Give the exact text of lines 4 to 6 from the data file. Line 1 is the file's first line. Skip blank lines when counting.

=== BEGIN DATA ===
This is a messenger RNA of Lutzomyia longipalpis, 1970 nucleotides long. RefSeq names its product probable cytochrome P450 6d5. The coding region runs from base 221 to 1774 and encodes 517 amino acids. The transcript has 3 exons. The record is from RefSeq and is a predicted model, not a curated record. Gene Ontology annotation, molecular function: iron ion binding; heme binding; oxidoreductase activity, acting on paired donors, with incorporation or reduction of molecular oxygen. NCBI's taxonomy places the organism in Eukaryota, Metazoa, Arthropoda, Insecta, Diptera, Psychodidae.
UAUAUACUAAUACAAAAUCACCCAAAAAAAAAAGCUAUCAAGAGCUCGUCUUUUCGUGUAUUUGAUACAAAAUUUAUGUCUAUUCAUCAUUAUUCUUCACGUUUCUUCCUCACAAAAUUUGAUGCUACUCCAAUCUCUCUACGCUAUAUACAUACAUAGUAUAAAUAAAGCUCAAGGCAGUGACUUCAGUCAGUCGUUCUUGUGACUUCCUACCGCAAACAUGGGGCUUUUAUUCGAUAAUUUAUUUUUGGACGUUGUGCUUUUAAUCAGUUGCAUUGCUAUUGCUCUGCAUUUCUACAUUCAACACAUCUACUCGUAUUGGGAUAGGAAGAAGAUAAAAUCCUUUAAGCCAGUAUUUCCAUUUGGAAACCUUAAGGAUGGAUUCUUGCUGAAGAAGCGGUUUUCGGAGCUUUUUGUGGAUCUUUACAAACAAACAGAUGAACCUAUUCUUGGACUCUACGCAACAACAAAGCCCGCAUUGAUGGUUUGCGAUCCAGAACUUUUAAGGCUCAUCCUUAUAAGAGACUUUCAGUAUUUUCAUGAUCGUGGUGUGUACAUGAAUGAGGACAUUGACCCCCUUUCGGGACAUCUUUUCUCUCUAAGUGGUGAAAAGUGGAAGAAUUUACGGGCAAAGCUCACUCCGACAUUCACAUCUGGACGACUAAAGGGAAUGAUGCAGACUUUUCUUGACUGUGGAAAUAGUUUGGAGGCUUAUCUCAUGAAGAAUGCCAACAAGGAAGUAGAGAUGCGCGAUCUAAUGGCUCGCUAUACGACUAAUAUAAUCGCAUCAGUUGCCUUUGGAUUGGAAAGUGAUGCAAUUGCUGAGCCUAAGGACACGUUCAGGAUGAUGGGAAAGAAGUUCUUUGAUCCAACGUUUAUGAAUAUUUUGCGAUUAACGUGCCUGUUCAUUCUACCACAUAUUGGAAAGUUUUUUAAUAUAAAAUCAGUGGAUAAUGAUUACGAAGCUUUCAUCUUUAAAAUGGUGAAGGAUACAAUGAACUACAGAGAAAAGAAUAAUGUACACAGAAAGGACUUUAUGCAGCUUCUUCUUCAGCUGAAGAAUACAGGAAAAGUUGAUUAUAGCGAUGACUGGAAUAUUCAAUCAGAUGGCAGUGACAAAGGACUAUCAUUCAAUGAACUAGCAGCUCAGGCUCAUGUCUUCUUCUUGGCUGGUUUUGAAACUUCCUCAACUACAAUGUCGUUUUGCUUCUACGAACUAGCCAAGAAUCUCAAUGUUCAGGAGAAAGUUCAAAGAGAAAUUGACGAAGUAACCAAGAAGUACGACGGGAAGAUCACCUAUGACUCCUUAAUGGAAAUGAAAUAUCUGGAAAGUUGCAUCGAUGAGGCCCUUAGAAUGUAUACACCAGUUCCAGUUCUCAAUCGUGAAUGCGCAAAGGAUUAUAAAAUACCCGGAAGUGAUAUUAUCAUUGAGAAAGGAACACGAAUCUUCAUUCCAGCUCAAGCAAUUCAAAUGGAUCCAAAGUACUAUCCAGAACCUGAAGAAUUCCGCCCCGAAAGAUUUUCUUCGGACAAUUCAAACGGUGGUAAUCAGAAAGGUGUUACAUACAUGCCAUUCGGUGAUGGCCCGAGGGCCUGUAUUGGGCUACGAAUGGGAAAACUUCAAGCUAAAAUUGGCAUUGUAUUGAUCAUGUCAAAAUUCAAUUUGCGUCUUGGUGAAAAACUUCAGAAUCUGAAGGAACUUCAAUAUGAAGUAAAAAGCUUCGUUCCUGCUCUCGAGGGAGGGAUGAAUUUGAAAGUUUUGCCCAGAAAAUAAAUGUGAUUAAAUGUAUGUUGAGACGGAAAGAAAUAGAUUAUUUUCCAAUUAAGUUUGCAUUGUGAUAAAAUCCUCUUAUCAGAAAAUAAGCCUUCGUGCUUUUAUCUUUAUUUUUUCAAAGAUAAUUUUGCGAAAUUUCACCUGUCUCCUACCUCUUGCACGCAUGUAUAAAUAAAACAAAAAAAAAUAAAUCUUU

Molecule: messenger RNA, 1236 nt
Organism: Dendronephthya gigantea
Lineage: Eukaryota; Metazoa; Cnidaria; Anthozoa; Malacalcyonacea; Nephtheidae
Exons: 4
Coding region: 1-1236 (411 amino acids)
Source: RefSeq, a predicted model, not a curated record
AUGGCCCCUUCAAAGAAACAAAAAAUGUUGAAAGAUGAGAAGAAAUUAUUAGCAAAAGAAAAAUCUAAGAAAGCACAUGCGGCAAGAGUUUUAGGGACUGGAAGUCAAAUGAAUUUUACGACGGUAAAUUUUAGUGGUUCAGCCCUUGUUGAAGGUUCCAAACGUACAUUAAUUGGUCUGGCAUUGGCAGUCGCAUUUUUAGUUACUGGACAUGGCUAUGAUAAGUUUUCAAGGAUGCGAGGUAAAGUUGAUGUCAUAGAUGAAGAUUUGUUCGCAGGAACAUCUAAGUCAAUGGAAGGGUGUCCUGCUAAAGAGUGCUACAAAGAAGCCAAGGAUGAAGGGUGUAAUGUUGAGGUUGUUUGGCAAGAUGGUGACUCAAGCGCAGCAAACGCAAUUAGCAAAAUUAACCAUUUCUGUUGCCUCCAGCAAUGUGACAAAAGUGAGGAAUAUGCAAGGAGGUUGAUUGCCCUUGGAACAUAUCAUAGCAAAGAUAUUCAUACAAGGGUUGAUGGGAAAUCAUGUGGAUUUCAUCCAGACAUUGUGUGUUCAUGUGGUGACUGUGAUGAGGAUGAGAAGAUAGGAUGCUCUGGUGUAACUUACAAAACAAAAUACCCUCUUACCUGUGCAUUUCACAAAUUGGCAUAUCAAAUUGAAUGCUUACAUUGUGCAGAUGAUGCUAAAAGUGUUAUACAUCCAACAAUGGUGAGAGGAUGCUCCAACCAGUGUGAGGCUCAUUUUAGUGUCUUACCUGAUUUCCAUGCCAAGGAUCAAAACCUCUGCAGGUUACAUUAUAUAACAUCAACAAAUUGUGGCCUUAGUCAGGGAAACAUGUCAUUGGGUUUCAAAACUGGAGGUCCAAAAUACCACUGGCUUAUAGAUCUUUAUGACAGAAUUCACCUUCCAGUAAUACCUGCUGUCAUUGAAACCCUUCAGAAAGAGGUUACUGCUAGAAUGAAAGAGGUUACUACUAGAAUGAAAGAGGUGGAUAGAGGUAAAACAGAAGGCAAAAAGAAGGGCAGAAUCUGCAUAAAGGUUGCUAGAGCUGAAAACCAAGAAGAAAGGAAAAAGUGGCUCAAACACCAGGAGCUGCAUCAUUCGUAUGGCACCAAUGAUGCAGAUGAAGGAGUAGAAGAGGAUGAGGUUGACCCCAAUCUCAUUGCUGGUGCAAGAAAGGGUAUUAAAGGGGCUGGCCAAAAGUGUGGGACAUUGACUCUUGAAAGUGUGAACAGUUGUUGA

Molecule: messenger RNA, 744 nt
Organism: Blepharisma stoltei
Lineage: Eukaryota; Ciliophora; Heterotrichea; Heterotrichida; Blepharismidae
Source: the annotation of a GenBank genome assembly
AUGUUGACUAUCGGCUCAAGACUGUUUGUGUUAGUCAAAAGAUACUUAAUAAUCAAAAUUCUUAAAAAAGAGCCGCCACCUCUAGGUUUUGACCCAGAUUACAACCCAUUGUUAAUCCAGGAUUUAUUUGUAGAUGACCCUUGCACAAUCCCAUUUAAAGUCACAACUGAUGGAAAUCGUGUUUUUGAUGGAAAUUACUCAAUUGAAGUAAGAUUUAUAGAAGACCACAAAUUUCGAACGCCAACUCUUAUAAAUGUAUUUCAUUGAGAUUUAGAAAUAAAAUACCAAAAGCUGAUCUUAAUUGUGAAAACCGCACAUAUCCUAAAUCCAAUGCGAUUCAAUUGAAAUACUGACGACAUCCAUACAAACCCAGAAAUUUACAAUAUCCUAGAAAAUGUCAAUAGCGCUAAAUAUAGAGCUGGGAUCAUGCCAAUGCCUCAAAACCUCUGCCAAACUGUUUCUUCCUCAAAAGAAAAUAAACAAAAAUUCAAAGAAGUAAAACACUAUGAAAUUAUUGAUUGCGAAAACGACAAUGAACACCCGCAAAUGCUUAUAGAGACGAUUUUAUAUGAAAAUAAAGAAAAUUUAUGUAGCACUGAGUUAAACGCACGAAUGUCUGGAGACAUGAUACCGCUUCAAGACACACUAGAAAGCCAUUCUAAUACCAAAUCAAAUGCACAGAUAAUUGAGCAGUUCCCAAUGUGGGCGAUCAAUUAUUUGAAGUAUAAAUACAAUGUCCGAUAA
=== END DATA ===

Organism: Dendronephthya gigantea
Lineage: Eukaryota; Metazoa; Cnidaria; Anthozoa; Malacalcyonacea; Nephtheidae
Exons: 4